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The Use of Decapsulated Cysts of the Brine Shrimp Artemia as Direct Food for Carp Cyprinus carpio L. Larvae
Article first published online: 3 APR 2007
Journal of the World Aquaculture Society
Volume 21, Issue 4, pages 257–262, December 1990
How to Cite
Vanhaecke, P., Vrieze, L. D., Tackaert, W. and Sorgeloos, P. (1990), The Use of Decapsulated Cysts of the Brine Shrimp Artemia as Direct Food for Carp Cyprinus carpio L. Larvae. Journal of the World Aquaculture Society, 21: 257–262. doi: 10.1111/j.1749-7345.1990.tb00537.x
- Issue published online: 3 APR 2007
- Article first published online: 3 APR 2007
Decapsulated Arremia cysts have been evaluated as a direct food source for larvae of the carp Cyprinus carpio L. All decapsulated cyst diets gave excellent survival of carp larvae during the first two weeks of culturing. Unlike traditionally brine-stored decapsulated cysts, dried Artemia embryos provided growth results comparable to those obtained with freshly hatched Artemia nauplii. Furthermore, except for Artemia embryos that lost their hatchability after long-term storage in air, several other inactivation treatments, simulating improper harvesting and processing of cysts, did not produce a significant decrease in the nutritional quality of the decapsulated cysts.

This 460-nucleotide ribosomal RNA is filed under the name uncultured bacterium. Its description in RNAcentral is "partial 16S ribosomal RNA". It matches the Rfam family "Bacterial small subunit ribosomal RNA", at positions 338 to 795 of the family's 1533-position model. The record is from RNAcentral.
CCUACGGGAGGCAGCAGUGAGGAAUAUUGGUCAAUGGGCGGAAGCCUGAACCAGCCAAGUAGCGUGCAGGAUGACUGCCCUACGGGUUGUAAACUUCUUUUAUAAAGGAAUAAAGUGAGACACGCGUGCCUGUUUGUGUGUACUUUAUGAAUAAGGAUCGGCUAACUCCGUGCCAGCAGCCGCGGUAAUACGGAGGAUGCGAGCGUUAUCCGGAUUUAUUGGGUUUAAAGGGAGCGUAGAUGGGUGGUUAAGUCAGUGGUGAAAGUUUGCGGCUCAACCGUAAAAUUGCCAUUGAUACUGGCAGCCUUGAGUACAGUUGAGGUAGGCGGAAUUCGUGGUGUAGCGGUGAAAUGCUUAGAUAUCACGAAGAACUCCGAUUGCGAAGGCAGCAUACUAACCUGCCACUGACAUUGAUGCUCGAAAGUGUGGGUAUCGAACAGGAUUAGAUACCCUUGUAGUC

Using decapsulated cysts 89 a direct food source for carp larvae, instead of nauplii, the quantity of cysts needed can be reduced by about 25% to 35% after one and two weeks of culturing, respectively. Moreover, the use of decapsulated cysts advances the possible commercialition of poor-hatching and less expensive cyst products for culture of carp larvae.